More time passed, but not as gently as it had done before. The man’s wife grew ill and she succumbed. No one quite knew the cause of her ailment. There was no money for medicine and in any case no one else had any to spare. The man struggled to feed his children and he grieved. He thought about sending word to his relatives who lived in a bidonville near Casablanca, but he had too much pride. If they were to visit him, he would have to cook a banquet in their honour. And there was certainly no money for that.
So the man sacrificed a chicken, his last possession of any value. And he said a prayer to God. He prayed that the drought would end, replaced by happiness, and that his children would know a different future, one touched with hope.
That night, the man had a dream. He dreamed of a path wending its way through the mountain valleys down to the city. The next morning, he gathered up his sons, together with what they could carry, and they started to walk.
Within a week they had reached the frenzied sprawl of Marrakech, teaming with transport and tourists. The man was too proud to say it aloud, but he missed the solitude of the valley. He found a room for them all to sleep in, searched for work, and began a new life of servility. 
With time the boys grew up and left the nest. The man doesn’t know where they are. But he lives in hope, hope that they were well, and that one day they will return, their own dreams fulfilled. His sight is not good now, but he has very little needs… a little bread dipped in oil satiates the pains of hunger when they come. He clings to what little hope he can muster. Because, as his father had taught him so long before, when the valley was green and the crops abundant, a life without hope is not a life at all.
TS
 
2
July 5, 2008 Posted by tahir in Travel

Swamp

To know about swamps you have to travel with mules. I mean it. Without one, you can’t really understand the other.

I had never been in a swamp before, not a proper one, until I ventured to western Ethiopia with Samson, my guide, and friend. I’d picked him up in Addis Ababa weeks before. Or, rather, he’d picked me up in his taxi. I was on the quest of the lost mines of King Solomon and Samson knew about gold, or so he said… so we went off together.
The trail eventually led to Tulu Wallel, a godforsaken craggy mountain towards the border with Sudan. I knew that if we could get to the mountain, and then up it, we’d have a chance at finding a secret mine once worked by the inimitable British trailblazer Frank Hayer, back in the thirties.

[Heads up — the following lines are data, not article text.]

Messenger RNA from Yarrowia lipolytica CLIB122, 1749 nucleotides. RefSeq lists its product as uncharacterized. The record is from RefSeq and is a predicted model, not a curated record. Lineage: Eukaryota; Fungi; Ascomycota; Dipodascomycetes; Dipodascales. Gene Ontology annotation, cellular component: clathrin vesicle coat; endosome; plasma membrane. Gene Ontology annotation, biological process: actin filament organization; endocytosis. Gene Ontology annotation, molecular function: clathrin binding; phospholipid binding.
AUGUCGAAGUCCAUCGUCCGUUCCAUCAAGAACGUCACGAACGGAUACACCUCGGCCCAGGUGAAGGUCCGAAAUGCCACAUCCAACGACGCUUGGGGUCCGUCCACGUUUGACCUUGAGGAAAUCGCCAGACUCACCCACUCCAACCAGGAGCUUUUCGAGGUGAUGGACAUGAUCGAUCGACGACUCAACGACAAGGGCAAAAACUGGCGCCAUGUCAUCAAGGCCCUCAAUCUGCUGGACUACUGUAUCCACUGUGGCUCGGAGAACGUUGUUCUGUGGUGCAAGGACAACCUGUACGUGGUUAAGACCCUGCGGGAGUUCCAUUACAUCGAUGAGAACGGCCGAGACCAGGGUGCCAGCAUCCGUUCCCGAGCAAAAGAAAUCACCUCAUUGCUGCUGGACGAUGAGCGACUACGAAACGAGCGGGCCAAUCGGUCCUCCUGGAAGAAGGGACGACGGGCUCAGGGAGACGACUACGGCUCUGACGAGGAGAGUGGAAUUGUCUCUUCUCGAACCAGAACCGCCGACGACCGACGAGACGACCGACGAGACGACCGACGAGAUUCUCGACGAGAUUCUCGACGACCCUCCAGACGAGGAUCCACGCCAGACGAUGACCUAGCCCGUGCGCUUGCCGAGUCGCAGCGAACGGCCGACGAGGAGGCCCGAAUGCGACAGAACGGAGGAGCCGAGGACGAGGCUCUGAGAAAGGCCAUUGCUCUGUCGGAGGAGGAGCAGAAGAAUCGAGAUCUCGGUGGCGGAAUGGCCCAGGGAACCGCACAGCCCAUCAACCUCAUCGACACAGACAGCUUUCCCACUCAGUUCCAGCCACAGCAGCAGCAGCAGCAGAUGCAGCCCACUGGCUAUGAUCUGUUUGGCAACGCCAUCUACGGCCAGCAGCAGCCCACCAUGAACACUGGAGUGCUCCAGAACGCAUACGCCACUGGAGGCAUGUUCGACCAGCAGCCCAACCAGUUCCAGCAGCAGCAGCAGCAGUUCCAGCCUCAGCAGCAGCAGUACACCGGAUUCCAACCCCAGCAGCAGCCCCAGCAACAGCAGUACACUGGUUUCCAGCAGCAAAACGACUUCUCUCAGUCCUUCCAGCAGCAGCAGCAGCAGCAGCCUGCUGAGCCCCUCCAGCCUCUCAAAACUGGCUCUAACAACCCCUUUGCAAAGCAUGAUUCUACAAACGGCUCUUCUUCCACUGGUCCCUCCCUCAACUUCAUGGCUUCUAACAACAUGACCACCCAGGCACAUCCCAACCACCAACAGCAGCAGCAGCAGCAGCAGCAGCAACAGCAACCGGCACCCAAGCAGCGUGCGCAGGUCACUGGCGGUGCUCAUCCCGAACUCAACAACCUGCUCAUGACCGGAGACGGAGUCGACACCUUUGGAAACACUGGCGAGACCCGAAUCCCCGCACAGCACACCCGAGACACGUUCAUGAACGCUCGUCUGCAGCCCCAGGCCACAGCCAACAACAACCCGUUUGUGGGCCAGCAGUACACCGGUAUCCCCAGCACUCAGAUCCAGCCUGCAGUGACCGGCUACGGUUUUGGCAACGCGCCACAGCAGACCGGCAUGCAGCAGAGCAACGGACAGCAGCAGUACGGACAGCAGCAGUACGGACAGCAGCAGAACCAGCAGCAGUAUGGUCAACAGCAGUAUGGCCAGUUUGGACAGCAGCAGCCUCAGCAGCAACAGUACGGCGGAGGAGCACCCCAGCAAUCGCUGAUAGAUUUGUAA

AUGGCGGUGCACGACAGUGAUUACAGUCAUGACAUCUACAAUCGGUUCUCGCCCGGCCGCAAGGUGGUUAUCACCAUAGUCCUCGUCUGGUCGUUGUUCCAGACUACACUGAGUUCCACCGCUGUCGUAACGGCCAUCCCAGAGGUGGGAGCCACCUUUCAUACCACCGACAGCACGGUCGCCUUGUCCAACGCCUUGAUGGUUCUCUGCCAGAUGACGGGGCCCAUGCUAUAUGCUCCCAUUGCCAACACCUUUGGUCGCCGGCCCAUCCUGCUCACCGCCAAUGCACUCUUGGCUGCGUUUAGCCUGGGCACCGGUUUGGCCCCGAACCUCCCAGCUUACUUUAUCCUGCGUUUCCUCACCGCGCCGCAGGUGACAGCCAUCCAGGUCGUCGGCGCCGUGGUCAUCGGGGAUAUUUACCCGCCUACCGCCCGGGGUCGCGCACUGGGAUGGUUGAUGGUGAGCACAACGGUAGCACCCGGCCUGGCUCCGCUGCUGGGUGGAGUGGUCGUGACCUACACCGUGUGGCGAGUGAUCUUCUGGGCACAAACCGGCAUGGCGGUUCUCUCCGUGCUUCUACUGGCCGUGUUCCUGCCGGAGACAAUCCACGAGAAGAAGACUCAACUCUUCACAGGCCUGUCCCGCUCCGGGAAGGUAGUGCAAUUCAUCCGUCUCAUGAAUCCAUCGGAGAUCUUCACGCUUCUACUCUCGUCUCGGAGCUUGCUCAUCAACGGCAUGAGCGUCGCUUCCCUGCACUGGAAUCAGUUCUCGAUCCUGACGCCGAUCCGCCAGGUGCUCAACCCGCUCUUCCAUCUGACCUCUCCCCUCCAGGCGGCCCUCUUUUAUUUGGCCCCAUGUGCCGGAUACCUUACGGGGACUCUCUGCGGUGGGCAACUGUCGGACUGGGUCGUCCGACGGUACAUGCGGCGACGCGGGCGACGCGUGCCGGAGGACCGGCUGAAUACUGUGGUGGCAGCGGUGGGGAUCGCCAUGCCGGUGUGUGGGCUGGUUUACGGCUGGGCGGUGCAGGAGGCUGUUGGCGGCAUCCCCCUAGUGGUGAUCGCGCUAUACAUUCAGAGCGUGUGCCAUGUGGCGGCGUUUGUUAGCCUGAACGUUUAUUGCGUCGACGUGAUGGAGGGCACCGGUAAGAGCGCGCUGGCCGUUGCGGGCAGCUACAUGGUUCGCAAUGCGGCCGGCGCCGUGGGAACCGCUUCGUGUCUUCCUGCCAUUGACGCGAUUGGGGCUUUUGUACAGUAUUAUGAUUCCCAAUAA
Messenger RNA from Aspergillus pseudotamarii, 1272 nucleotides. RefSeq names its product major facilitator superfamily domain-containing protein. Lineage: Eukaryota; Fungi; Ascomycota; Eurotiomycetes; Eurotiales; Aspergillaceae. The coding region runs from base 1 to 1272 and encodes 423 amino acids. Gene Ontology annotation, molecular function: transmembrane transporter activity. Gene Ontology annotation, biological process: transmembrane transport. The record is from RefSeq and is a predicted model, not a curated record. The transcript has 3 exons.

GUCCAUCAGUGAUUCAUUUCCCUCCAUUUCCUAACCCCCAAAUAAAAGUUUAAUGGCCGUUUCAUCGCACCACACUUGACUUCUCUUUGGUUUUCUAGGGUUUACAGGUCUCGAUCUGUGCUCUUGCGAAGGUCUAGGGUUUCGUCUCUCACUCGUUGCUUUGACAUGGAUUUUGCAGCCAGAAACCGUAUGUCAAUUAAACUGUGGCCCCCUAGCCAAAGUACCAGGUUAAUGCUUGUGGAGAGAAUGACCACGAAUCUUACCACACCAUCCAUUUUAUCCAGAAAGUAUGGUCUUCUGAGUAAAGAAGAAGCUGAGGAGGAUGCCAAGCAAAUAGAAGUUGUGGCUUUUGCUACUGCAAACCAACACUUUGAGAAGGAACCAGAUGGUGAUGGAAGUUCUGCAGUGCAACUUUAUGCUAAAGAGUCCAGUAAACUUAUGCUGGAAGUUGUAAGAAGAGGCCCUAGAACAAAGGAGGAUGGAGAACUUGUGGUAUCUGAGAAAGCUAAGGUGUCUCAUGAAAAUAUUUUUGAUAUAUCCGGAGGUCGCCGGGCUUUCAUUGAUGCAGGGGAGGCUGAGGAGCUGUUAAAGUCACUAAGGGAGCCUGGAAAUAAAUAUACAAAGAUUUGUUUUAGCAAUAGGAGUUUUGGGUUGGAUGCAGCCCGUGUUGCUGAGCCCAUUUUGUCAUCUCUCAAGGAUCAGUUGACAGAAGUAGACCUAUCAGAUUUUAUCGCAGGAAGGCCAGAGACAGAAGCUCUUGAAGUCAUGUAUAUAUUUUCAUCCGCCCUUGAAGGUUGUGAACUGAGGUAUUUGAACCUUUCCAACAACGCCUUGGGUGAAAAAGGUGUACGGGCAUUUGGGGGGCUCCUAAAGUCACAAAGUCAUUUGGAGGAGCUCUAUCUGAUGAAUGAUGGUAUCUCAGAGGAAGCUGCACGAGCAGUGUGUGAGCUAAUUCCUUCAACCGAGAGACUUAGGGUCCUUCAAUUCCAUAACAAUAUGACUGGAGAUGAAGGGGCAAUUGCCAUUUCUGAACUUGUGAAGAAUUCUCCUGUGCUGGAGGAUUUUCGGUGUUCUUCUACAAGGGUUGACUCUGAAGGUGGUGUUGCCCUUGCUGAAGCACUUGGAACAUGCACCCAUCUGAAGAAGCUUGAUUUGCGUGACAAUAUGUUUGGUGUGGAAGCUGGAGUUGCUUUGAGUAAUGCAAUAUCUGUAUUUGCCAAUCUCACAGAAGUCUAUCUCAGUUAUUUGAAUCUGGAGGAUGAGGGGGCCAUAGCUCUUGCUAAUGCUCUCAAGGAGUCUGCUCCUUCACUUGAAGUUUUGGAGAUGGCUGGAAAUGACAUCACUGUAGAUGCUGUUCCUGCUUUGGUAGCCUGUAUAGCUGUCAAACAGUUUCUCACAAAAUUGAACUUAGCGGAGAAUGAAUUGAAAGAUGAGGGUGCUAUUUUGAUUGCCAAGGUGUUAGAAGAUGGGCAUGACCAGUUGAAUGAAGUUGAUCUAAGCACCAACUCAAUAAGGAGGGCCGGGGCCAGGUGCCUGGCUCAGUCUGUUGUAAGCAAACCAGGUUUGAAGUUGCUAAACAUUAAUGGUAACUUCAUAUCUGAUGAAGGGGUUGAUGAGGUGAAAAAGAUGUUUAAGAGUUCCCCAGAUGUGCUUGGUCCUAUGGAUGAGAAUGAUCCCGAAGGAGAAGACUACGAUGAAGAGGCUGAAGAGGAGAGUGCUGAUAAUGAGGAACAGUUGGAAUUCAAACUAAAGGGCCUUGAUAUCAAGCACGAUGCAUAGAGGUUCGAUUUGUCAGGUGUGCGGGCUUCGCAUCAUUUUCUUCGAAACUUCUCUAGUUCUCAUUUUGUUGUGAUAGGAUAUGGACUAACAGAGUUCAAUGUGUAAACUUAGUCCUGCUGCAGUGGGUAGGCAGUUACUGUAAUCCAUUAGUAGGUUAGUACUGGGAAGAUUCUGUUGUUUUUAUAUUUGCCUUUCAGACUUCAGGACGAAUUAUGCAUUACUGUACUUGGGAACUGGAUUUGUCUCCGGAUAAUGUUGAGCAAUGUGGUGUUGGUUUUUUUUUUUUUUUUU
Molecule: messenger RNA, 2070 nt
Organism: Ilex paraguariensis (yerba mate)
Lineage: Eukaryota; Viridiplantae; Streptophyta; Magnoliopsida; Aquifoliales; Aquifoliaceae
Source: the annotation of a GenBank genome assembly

So we hired mules. Half a dozen of them. And we pushed forwards on to Tulu Wallel, a cloud-capped mount protruding from an ocean of green. From the first strides, I could see that these were animals with a sense of what was going on. I am not a horseman, but I know that horses are flighty, frisky, that they can’t be trusted when push comes to shove.
Very soon the rain began to fall. Torrential rain. And then the cold came.We were in a forest by this time and it was dusk. It was a wicked enchanted forest, the kind of place where grown men feel frightened out of their wits. And that’s just what we all were, although we were putting on brave faces.
Suddenly, there was a frantic call from Samson behind. He was wrestling one of the mules forward, steering it, pulling the reins to the left. Now, the amazing thing about mules is that they find their own path, and they keep their heads when all about them are losing theirs. The best thing to do is to let them go, and they will lead you through the horrors ahead.
The problem was that we had a muleteer who seemed ignorant of the genius of his herd. He drove them straight into swamp, a kind of swamp that verged on quicksand. To watch a strong, laden beast go down into a quagmire is one of the most terrible sights imaginable. The she-mule’s front legs sunk in deep, and she went down fast. Before she knew it, and we knew it, her muzzle was plunged in. She cocked it back, wailing, heaving, as the girth bindings were slashed with Samson’s knife.
I ran forward with him, and we both found ourselves being sucked in too. What a feeling, a feeling of utter helplessness, as if the end had come. Then a second mule came forward, answering the distress of the first. It sank as well.
Darkness was upon us, the sound of bats in the trees.
No light, just fear.
We must have been protected that night by some magical force. For we all made it out alive. I don’t know how because all the odds were stacked against us. It was as if we were lifted out of there, preserved by a greater power. It may sound mad, and it does, but I have always felt secretly that we were saved, all of us, by a patron… by the patron saint of mules.
TS